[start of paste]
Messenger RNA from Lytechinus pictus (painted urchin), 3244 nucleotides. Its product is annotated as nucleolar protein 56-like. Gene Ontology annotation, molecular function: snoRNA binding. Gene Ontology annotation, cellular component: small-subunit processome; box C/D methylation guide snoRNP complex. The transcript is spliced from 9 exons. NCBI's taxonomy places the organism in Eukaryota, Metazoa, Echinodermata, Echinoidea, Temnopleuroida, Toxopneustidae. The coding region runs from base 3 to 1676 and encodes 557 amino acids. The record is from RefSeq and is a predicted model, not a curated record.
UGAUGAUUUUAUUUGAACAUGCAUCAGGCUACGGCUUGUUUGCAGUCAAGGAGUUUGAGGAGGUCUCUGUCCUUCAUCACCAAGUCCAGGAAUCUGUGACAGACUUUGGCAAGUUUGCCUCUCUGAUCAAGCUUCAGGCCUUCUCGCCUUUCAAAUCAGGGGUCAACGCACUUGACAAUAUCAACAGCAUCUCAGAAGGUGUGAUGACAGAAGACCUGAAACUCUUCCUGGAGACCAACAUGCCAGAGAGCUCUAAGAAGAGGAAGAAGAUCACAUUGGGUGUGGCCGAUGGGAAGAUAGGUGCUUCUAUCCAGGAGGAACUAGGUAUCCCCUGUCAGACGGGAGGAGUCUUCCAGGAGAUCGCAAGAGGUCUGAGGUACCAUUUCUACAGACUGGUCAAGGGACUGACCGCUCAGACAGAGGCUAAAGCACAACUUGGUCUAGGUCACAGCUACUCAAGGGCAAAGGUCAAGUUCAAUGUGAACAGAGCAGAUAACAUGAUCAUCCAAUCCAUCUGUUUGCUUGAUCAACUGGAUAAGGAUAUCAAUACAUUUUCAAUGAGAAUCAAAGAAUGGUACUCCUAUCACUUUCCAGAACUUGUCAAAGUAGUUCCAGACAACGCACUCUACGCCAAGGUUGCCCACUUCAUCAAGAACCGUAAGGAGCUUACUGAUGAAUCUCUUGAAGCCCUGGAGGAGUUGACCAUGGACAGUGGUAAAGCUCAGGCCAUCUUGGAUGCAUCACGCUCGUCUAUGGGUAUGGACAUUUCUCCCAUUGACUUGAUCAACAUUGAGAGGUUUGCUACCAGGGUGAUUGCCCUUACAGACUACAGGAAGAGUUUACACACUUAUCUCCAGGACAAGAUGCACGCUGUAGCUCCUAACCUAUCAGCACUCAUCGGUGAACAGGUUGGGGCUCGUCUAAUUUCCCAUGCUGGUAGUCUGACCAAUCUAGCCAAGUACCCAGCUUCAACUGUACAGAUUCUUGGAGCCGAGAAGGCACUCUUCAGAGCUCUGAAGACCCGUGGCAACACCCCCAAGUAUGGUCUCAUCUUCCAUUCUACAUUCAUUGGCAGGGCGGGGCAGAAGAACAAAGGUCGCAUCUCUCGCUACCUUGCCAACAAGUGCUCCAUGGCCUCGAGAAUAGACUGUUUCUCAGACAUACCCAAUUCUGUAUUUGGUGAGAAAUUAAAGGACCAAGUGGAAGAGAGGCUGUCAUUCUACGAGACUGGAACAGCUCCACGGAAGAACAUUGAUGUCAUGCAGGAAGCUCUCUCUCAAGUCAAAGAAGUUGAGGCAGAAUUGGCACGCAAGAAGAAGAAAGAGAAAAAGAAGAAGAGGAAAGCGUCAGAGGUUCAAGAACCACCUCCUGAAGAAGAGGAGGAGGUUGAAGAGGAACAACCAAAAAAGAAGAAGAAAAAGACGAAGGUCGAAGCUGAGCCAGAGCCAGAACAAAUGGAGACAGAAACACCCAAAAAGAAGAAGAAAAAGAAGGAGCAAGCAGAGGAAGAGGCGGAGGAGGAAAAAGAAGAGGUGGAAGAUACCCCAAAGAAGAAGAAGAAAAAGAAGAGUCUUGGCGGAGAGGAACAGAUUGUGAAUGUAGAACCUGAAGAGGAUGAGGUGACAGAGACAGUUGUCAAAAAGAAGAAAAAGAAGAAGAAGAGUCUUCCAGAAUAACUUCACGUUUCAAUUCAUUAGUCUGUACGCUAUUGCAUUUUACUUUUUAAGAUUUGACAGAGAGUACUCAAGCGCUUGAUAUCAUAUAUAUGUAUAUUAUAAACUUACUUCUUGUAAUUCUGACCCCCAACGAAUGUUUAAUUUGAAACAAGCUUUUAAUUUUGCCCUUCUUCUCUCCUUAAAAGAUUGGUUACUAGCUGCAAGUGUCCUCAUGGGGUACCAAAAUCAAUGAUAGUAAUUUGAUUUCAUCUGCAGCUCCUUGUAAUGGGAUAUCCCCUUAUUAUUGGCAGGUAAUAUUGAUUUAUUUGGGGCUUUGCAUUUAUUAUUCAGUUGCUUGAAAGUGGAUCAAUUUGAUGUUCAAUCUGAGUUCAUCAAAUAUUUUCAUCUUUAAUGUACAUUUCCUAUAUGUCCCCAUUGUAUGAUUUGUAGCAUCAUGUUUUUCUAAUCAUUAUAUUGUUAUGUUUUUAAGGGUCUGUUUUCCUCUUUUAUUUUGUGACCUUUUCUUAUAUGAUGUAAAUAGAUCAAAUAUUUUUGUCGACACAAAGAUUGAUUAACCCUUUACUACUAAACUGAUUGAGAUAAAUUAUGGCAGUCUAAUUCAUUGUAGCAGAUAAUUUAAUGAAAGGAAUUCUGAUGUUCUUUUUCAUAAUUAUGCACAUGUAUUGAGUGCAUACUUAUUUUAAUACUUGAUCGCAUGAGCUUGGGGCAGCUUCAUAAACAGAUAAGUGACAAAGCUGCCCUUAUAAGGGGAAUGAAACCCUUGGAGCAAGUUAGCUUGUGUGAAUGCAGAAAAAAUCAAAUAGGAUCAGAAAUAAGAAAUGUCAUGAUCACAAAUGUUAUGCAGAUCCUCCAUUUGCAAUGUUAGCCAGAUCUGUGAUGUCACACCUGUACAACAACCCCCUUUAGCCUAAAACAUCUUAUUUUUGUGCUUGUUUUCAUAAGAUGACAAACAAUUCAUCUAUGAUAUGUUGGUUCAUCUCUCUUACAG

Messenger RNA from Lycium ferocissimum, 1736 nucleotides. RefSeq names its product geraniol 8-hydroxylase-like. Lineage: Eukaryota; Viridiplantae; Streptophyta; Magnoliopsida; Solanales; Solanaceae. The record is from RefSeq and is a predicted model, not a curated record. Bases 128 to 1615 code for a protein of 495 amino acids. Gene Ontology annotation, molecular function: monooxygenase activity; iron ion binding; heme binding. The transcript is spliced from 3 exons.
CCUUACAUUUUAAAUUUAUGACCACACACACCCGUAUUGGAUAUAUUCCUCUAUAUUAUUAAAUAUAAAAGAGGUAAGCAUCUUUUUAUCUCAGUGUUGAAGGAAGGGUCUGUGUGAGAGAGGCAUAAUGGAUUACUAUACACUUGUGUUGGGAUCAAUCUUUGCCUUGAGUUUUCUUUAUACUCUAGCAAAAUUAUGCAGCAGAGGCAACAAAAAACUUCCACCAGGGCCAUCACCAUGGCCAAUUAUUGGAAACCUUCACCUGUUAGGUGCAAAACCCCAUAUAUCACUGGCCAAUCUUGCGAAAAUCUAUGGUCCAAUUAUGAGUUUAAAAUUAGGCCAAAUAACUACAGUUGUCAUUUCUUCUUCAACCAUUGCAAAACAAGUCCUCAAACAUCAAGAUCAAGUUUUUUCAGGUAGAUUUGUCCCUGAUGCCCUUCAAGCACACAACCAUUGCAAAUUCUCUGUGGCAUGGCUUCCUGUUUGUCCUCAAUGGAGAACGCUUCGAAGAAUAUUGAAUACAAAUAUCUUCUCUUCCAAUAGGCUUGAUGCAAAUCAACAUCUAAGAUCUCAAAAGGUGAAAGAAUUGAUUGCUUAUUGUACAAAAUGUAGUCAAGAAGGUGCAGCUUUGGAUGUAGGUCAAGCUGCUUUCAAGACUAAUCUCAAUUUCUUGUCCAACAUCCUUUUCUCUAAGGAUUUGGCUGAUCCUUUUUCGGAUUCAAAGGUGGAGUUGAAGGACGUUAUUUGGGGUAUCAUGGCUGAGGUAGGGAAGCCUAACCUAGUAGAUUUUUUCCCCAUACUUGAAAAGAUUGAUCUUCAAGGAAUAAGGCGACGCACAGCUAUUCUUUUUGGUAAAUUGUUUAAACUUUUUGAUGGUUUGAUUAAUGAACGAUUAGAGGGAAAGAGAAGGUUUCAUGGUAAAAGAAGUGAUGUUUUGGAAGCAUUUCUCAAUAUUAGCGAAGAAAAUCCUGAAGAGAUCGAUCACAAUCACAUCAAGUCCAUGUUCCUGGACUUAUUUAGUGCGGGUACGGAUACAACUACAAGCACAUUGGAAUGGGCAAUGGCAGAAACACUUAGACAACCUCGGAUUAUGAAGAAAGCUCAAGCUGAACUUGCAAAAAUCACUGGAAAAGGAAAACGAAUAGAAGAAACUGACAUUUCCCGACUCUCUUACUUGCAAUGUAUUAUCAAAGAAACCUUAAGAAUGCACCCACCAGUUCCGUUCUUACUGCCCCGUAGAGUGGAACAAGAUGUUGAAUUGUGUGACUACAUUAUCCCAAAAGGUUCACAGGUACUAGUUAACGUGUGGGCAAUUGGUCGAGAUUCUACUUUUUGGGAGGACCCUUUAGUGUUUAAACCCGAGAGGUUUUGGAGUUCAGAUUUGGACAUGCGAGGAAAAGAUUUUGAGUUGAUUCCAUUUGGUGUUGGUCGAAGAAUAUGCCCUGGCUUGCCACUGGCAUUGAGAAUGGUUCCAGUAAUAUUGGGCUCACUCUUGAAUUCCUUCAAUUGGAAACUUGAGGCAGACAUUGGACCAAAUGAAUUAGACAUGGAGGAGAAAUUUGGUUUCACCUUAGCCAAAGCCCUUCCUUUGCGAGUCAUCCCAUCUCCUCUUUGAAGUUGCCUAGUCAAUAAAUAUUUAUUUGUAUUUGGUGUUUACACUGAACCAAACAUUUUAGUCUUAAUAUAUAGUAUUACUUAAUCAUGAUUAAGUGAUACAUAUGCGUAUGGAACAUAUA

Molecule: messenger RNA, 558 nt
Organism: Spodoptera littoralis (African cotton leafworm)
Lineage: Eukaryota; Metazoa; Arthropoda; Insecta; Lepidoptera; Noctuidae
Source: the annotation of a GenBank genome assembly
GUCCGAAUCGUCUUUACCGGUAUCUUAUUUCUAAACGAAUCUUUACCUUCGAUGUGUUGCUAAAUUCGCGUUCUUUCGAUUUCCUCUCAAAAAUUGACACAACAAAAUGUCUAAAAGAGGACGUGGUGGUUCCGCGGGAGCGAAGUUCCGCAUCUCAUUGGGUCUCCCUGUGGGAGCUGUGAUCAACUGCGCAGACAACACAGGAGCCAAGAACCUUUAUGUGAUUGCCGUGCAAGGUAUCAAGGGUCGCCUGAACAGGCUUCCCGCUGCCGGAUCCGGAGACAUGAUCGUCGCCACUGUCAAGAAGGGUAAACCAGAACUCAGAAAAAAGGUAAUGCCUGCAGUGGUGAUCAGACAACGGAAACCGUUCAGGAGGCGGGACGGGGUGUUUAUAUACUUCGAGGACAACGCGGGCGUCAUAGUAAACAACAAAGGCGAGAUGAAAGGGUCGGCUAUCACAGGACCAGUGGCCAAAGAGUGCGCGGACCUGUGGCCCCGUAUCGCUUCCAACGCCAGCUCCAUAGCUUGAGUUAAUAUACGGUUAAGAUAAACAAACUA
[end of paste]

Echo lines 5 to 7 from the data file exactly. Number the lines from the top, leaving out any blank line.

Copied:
Molecule: messenger RNA, 558 nt
Organism: Spodoptera littoralis (African cotton leafworm)
Lineage: Eukaryota; Metazoa; Arthropoda; Insecta; Lepidoptera; Noctuidae